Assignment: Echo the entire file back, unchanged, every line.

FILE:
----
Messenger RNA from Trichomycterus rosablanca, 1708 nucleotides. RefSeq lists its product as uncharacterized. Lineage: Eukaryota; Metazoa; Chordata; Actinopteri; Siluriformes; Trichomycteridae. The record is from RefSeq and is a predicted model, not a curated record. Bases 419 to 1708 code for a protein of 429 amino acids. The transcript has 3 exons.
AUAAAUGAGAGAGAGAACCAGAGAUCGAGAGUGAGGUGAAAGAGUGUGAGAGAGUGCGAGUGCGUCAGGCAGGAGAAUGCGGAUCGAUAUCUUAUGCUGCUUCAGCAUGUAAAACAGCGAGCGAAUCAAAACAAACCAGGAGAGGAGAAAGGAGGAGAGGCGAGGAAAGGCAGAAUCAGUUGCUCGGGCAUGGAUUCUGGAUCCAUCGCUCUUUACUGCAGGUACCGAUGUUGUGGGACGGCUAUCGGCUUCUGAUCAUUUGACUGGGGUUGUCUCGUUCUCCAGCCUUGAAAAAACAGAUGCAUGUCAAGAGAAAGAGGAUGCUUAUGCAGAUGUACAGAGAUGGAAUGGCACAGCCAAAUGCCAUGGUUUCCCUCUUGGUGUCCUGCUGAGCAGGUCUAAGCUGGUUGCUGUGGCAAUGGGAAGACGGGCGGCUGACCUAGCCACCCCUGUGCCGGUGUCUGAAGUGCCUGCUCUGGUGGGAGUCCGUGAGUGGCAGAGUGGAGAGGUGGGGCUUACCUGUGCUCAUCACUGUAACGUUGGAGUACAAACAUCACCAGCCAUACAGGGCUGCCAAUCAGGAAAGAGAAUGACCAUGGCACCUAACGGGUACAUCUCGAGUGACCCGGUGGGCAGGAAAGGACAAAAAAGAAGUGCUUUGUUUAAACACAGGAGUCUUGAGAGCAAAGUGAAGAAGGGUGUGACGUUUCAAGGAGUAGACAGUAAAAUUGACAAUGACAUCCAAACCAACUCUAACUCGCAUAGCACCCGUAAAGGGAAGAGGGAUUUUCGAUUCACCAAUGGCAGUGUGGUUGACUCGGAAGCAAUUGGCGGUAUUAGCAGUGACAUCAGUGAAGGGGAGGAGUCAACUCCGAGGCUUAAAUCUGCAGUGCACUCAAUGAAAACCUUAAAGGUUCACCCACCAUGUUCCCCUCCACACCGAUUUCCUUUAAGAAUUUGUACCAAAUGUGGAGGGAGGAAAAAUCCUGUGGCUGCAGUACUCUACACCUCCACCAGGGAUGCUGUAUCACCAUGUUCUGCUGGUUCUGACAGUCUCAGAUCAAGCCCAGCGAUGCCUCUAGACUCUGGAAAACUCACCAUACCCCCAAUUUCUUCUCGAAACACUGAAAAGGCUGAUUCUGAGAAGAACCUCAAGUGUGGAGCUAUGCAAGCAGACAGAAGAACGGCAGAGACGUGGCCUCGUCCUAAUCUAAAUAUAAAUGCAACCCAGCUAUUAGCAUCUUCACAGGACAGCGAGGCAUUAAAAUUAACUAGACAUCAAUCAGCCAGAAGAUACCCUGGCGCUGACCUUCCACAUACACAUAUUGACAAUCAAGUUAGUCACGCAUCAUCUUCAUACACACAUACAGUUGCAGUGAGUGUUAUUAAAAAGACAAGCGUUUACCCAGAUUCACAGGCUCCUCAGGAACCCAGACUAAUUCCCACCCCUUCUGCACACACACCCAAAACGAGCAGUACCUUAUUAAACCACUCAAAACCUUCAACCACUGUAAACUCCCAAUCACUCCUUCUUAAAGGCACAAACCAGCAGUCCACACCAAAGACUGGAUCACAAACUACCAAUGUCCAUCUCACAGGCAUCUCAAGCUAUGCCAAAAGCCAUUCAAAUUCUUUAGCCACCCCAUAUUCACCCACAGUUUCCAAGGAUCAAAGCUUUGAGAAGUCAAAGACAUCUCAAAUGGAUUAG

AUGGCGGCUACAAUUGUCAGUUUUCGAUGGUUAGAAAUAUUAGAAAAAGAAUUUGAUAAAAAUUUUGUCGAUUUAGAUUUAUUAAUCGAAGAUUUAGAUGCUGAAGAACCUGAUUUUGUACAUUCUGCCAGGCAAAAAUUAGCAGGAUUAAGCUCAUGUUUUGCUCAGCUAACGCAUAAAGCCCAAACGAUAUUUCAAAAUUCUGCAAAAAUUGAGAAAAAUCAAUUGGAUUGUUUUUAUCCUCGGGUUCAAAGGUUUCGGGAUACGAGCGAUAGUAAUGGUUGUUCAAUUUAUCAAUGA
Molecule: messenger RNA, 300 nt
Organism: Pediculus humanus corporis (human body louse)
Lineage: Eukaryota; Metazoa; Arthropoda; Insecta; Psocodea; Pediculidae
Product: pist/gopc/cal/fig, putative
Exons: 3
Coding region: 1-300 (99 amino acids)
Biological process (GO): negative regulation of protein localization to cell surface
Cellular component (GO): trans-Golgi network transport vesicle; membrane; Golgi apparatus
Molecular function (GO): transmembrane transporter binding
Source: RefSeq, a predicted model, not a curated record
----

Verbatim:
Messenger RNA from Trichomycterus rosablanca, 1708 nucleotides. RefSeq lists its product as uncharacterized. Lineage: Eukaryota; Metazoa; Chordata; Actinopteri; Siluriformes; Trichomycteridae. The record is from RefSeq and is a predicted model, not a curated record. Bases 419 to 1708 code for a protein of 429 amino acids. The transcript has 3 exons.
AUAAAUGAGAGAGAGAACCAGAGAUCGAGAGUGAGGUGAAAGAGUGUGAGAGAGUGCGAGUGCGUCAGGCAGGAGAAUGCGGAUCGAUAUCUUAUGCUGCUUCAGCAUGUAAAACAGCGAGCGAAUCAAAACAAACCAGGAGAGGAGAAAGGAGGAGAGGCGAGGAAAGGCAGAAUCAGUUGCUCGGGCAUGGAUUCUGGAUCCAUCGCUCUUUACUGCAGGUACCGAUGUUGUGGGACGGCUAUCGGCUUCUGAUCAUUUGACUGGGGUUGUCUCGUUCUCCAGCCUUGAAAAAACAGAUGCAUGUCAAGAGAAAGAGGAUGCUUAUGCAGAUGUACAGAGAUGGAAUGGCACAGCCAAAUGCCAUGGUUUCCCUCUUGGUGUCCUGCUGAGCAGGUCUAAGCUGGUUGCUGUGGCAAUGGGAAGACGGGCGGCUGACCUAGCCACCCCUGUGCCGGUGUCUGAAGUGCCUGCUCUGGUGGGAGUCCGUGAGUGGCAGAGUGGAGAGGUGGGGCUUACCUGUGCUCAUCACUGUAACGUUGGAGUACAAACAUCACCAGCCAUACAGGGCUGCCAAUCAGGAAAGAGAAUGACCAUGGCACCUAACGGGUACAUCUCGAGUGACCCGGUGGGCAGGAAAGGACAAAAAAGAAGUGCUUUGUUUAAACACAGGAGUCUUGAGAGCAAAGUGAAGAAGGGUGUGACGUUUCAAGGAGUAGACAGUAAAAUUGACAAUGACAUCCAAACCAACUCUAACUCGCAUAGCACCCGUAAAGGGAAGAGGGAUUUUCGAUUCACCAAUGGCAGUGUGGUUGACUCGGAAGCAAUUGGCGGUAUUAGCAGUGACAUCAGUGAAGGGGAGGAGUCAACUCCGAGGCUUAAAUCUGCAGUGCACUCAAUGAAAACCUUAAAGGUUCACCCACCAUGUUCCCCUCCACACCGAUUUCCUUUAAGAAUUUGUACCAAAUGUGGAGGGAGGAAAAAUCCUGUGGCUGCAGUACUCUACACCUCCACCAGGGAUGCUGUAUCACCAUGUUCUGCUGGUUCUGACAGUCUCAGAUCAAGCCCAGCGAUGCCUCUAGACUCUGGAAAACUCACCAUACCCCCAAUUUCUUCUCGAAACACUGAAAAGGCUGAUUCUGAGAAGAACCUCAAGUGUGGAGCUAUGCAAGCAGACAGAAGAACGGCAGAGACGUGGCCUCGUCCUAAUCUAAAUAUAAAUGCAACCCAGCUAUUAGCAUCUUCACAGGACAGCGAGGCAUUAAAAUUAACUAGACAUCAAUCAGCCAGAAGAUACCCUGGCGCUGACCUUCCACAUACACAUAUUGACAAUCAAGUUAGUCACGCAUCAUCUUCAUACACACAUACAGUUGCAGUGAGUGUUAUUAAAAAGACAAGCGUUUACCCAGAUUCACAGGCUCCUCAGGAACCCAGACUAAUUCCCACCCCUUCUGCACACACACCCAAAACGAGCAGUACCUUAUUAAACCACUCAAAACCUUCAACCACUGUAAACUCCCAAUCACUCCUUCUUAAAGGCACAAACCAGCAGUCCACACCAAAGACUGGAUCACAAACUACCAAUGUCCAUCUCACAGGCAUCUCAAGCUAUGCCAAAAGCCAUUCAAAUUCUUUAGCCACCCCAUAUUCACCCACAGUUUCCAAGGAUCAAAGCUUUGAGAAGUCAAAGACAUCUCAAAUGGAUUAG

AUGGCGGCUACAAUUGUCAGUUUUCGAUGGUUAGAAAUAUUAGAAAAAGAAUUUGAUAAAAAUUUUGUCGAUUUAGAUUUAUUAAUCGAAGAUUUAGAUGCUGAAGAACCUGAUUUUGUACAUUCUGCCAGGCAAAAAUUAGCAGGAUUAAGCUCAUGUUUUGCUCAGCUAACGCAUAAAGCCCAAACGAUAUUUCAAAAUUCUGCAAAAAUUGAGAAAAAUCAAUUGGAUUGUUUUUAUCCUCGGGUUCAAAGGUUUCGGGAUACGAGCGAUAGUAAUGGUUGUUCAAUUUAUCAAUGA
Molecule: messenger RNA, 300 nt
Organism: Pediculus humanus corporis (human body louse)
Lineage: Eukaryota; Metazoa; Arthropoda; Insecta; Psocodea; Pediculidae
Product: pist/gopc/cal/fig, putative
Exons: 3
Coding region: 1-300 (99 amino acids)
Biological process (GO): negative regulation of protein localization to cell surface
Cellular component (GO): trans-Golgi network transport vesicle; membrane; Golgi apparatus
Molecular function (GO): transmembrane transporter binding
Source: RefSeq, a predicted model, not a curated record